What is OCD and What Treatments are Available?
What is OCD

What is OCD and What Treatments are Available?

OCD (Obsessive Compulsive Disorder) is an acute cognitive ailment connected with severe levels of impairment. Some common symptoms include chronic doubts, excessive need for order, obsessive washing and cleaning, unreasonable fear of germs, dust, dirt, etc. 

Typically, OCD begins in teens and young adults. Initial complications often start out as mild irregularities in behaviour such as:

  • Craving reassurance
  • Incessant counting
  • Strict adherence to routines and schedules
  • Mild neuroticism, etc

However, if left untreated, these mild complications can become inflated over time, and evolve into more serious thoughts and actions such as: 

  • Overly obsessive control over the surrounding environment
  • Extreme distress when items and objects aren’t placed in the “proper position” 
  • Visions of enacting violence upon others
  • Ideas of yelling belligerent profanities in public spaces

How OCD is Diagnosed

Your doctor or medical professional is the authority figure with the proper qualifications to diagnose OCD. Typically, this process will include a short interview with your doctor asking you a series of questions related to your ailment. Afterward, a physical examination will take place to evaluate your condition and to determine the quality of your mental health. From there your doctor, psychiatrist, psychologist, or whoever is performing the assessment will provide you with the final diagnosis. 

There are a variety of procedures to treat OCD that will greatly minimize its symptoms, however, that’s not the case for everyone. And for those who remain unaffected by the standard treatment methodology, several substitutes and preliminary OCD medications are being dispensed — offering some optimism. 

Alternatives for OCD Treatment

Deep rooted research indicates that as much as 32% to 70% of people affected by OCD go through a suspension of the symptomatic effects. This entails that the possibility of regular health is not only realistic, but probable. OCD treatments come in a multitude of variations. Here are a few to consider:


Many medications and medicinal drugs have been certified by the FDA (Food and Drug Administration) to treat OCD. Many of these medications are categorized as antidepressants, however, they are also proven to be effective in treating OCD as well. The drugs work by amplifying the quantity of serotonin in the brain. And one of the causes of OCD is a lack of this hormone being operational within the brain. 

If conventional OCD treatment has been ineffective, then augmentation therapy could be a promising alternative. This procedure can be implemented to enhance the chances of alleviating indications of OCD. With augmentation therapy, a variety of drugs and medications are dispensed as opposed to a singular drug. This is what allows for optimal results.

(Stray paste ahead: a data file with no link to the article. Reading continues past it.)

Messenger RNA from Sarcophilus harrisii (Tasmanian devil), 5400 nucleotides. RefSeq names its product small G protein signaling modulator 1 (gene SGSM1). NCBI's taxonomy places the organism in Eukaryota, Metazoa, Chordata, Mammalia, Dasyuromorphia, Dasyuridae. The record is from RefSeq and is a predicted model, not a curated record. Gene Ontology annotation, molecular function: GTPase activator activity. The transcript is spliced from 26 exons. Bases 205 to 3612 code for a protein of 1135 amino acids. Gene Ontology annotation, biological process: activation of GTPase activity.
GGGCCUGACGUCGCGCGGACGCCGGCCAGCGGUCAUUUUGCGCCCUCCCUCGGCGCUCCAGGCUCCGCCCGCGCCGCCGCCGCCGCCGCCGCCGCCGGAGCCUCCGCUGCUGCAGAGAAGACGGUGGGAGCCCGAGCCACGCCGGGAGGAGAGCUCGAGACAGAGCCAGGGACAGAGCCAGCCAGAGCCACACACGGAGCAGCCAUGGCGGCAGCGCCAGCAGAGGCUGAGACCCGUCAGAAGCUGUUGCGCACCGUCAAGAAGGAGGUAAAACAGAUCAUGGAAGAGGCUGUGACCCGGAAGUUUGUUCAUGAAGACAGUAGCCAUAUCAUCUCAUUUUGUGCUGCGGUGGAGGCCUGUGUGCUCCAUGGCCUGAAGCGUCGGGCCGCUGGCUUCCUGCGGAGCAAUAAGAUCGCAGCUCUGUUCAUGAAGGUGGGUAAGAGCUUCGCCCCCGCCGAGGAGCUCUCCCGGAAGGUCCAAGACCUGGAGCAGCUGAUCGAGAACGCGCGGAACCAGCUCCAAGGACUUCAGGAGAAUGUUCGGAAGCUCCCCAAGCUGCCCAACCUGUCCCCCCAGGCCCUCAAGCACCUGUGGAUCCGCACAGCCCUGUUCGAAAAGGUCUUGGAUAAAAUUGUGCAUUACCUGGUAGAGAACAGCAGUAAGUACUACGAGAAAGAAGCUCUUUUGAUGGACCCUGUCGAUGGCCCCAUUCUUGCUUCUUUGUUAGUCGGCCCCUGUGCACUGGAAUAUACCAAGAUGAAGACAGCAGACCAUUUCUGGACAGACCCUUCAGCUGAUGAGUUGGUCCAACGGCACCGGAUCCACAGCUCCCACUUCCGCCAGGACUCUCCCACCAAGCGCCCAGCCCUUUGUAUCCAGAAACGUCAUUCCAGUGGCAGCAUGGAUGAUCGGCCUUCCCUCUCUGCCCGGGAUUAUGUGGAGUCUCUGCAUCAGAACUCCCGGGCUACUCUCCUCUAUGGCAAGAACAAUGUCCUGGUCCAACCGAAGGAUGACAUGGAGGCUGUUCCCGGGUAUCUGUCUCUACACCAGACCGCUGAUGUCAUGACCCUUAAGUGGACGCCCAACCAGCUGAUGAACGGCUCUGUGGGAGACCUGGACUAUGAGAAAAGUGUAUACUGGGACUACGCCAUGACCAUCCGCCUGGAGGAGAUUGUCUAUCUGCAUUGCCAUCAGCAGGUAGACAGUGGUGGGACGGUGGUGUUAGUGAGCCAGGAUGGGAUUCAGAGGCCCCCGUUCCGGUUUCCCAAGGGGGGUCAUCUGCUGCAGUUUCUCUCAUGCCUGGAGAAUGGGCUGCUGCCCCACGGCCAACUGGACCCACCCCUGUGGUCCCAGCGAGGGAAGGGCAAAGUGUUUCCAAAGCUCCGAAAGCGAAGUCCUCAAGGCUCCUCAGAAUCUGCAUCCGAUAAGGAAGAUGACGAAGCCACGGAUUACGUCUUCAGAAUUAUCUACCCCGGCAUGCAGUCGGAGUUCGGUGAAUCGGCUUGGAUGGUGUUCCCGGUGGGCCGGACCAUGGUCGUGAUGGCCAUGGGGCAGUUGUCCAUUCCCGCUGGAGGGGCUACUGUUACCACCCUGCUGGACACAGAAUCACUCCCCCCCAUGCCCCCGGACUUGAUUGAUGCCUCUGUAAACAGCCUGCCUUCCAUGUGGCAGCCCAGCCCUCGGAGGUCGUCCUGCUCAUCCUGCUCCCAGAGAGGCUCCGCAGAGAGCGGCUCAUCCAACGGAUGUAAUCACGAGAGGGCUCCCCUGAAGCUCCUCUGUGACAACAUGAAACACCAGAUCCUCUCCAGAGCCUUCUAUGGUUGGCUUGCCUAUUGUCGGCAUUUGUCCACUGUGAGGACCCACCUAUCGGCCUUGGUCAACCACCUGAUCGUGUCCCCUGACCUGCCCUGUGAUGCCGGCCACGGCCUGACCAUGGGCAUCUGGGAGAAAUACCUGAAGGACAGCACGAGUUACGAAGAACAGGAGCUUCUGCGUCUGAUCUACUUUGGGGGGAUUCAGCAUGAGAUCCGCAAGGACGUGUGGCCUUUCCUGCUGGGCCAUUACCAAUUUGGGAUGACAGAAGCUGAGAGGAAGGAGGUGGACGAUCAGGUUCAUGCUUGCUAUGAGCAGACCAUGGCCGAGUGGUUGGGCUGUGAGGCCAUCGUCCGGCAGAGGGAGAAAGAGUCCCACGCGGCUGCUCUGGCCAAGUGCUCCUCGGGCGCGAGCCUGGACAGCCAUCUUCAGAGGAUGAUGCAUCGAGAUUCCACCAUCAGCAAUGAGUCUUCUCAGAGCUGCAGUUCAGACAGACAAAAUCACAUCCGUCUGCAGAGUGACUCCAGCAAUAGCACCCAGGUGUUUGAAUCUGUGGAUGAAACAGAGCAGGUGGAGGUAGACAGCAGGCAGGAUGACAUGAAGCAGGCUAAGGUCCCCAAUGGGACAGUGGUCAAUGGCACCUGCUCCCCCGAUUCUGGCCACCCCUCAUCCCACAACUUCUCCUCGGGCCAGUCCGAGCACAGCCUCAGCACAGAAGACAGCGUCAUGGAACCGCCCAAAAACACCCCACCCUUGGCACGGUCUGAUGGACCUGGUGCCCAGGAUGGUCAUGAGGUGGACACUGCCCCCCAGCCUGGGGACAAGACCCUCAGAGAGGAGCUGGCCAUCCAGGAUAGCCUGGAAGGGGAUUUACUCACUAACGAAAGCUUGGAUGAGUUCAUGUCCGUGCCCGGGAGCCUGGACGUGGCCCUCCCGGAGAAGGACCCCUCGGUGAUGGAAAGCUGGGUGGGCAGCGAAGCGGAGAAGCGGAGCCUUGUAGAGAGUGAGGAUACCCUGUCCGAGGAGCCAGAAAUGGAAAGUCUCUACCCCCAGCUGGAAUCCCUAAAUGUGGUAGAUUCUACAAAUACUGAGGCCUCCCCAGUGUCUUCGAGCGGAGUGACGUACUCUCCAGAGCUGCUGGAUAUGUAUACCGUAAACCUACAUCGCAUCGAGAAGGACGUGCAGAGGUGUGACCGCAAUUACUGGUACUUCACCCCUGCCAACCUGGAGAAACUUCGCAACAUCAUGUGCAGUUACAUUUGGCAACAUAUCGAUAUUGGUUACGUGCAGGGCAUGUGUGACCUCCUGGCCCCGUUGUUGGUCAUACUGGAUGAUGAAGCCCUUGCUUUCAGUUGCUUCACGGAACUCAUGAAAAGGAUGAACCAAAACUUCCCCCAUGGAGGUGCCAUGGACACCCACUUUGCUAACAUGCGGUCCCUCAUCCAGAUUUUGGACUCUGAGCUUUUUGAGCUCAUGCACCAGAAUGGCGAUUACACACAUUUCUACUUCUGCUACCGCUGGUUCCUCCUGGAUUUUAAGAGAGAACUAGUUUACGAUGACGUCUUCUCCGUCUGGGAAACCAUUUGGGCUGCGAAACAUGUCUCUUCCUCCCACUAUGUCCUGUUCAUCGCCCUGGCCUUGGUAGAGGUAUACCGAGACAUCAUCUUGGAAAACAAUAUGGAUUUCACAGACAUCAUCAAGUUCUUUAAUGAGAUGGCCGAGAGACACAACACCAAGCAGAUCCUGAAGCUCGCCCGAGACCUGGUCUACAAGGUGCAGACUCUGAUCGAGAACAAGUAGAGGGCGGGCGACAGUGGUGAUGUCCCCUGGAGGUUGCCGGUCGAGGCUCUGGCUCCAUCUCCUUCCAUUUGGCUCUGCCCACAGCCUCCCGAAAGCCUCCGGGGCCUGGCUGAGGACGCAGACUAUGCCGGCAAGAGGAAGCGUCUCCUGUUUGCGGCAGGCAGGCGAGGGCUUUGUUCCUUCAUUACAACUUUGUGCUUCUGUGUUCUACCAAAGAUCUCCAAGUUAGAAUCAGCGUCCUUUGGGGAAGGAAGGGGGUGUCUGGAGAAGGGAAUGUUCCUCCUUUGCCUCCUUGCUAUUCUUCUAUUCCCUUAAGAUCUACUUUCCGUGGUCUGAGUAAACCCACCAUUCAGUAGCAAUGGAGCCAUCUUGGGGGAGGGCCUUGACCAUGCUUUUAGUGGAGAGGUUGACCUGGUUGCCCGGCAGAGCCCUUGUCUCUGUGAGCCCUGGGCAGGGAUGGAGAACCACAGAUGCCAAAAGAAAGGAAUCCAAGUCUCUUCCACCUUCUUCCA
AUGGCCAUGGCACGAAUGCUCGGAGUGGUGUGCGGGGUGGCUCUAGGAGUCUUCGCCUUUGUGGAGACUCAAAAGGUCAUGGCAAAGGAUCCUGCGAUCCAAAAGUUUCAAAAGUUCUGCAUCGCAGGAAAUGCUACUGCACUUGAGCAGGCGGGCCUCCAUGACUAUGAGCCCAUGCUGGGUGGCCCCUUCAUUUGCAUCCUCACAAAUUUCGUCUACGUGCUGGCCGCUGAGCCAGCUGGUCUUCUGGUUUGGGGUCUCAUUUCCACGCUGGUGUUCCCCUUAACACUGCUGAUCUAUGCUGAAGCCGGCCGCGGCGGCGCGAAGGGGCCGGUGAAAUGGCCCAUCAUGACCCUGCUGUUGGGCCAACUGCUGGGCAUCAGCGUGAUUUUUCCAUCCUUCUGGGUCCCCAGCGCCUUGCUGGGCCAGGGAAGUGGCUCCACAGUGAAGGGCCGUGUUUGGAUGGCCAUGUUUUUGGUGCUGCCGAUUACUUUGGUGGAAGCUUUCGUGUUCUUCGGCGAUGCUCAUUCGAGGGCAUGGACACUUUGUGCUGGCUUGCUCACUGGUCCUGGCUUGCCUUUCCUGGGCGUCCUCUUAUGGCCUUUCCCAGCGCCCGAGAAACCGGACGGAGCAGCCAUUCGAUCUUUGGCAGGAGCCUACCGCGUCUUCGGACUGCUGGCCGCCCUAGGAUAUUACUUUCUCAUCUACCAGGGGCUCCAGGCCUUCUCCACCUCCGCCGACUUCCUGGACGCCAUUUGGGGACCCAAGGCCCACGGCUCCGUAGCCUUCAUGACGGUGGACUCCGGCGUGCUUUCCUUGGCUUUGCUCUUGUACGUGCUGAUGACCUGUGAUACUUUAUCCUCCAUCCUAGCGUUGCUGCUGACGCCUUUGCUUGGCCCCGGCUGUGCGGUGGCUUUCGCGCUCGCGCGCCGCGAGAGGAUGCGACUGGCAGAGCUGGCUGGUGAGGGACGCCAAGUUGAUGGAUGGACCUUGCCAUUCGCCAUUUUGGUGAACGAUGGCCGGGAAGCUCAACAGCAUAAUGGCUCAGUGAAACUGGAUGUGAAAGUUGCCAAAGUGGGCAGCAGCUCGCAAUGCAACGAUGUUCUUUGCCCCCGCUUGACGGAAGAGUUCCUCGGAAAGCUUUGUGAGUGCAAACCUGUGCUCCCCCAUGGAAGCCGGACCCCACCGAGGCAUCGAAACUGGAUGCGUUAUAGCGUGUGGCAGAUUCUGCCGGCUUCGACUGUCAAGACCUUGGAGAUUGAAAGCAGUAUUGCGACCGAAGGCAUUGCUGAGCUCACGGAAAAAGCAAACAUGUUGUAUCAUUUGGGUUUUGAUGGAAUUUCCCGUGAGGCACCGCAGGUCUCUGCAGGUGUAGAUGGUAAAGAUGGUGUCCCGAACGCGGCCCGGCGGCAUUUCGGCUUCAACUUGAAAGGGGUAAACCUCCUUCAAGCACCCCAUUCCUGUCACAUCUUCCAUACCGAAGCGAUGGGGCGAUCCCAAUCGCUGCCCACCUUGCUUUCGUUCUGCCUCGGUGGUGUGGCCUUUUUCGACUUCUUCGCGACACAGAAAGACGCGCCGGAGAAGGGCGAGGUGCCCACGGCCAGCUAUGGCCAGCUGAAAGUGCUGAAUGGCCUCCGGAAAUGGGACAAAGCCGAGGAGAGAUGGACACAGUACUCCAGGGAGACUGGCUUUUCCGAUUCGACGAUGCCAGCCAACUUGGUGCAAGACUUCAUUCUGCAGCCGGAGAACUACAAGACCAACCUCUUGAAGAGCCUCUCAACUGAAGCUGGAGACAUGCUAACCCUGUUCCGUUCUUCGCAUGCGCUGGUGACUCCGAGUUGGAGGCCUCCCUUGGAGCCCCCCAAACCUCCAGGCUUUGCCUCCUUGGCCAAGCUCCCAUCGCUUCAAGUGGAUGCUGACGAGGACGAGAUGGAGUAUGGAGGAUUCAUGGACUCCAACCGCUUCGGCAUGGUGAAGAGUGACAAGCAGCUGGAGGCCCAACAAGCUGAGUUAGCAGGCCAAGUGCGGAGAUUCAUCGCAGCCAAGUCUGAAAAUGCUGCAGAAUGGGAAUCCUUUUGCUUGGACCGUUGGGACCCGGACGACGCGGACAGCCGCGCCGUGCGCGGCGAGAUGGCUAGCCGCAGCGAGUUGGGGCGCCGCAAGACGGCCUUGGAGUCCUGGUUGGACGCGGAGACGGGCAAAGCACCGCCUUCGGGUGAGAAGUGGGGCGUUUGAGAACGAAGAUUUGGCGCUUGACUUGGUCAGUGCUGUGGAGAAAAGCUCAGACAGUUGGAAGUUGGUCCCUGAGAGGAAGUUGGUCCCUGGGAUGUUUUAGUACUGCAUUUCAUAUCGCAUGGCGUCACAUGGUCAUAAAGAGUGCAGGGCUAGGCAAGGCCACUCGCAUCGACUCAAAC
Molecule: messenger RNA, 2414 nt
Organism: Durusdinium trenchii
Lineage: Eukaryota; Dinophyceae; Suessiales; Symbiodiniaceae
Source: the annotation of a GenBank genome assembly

Psychological Therapy

If OCD symptoms happen to be particularly strong and frequent, then psychological therapy may be an effective form of treatment. There are two kinds of primary psychological therapy methods associated with the treatment of OCD. The first one being cognitive behavioural therapy (CBT), and the second being exposure and response prevention therapy (ERP). The majority of individuals who go through either or both forms will typically become cognizant of a considerable reduction in both the regularity and the intensity of symptoms related to their OCD.

However, despite its effectiveness for OCD symptoms, CBT is also quite costly. To minimize the steep price, you might want to consider group CBT treatment. You can gain access to this resource via hospitals or other similar healthcare environments.

Additionally, if after exploring both ERP and CBT, you come to the conclusion that they’re not for you, then another alternative to look into would be ACT (acceptance and commitment) therapy. This is a fairly novel form of psychological therapy for OCD. The fundamental idea behind ACT is that worry and distress are natural components of living, which entails that it is our response to the anxiety-provoking situation that is at the heart of the issue.

Alternative Remedies

Approximately 25% to 40% of individuals won’t properly react to the therapies and medications discussed in this article. However, there are additional alternatives to consider that, although may not be as popular, can still have a favourable effect. A few of these alternatives are methods such as ECT (electroconvulsive therapy), as well as repetitive transcranial magnetic stimulation, in addition to deep brain stimulation. 

Research has indicated that methods aiming at certain circuits in the brain might be useful for minimizing some of the symptoms of OCD in individuals who saw no improvements using the initial treatment methods. 

RTMS (repetitive transcranial magnetic stimulation) has gained substantial notoriety as a conceivable option to minimize the symptoms of OCD. But despite its promising potential, the proof has gained mixed reviews in regards to how effective it truly is as a treatment method. 

Furthermore, another alternative you may want to consider is neurosurgery. This includes methods like cingulotomy and capsulotomy, which calls for producing contusions on certain parts of the brain. This kind of methodology is typically reserved as a last ditch effort for when most everything has failed. 

Self-Help Tactics

Generally speaking, treating OCD will involve the authority and expertise of an experienced and licensed mental health expert. However, more natural methods have been reported to be helpful. And believe it or not, there are several OCD self-help tactics you can implement to help you better cope with and handle your symptoms. Some of these include:

  • Exercise
  • Meditation
  • Cold showers
  • Muscle relaxation
  • Mindfulness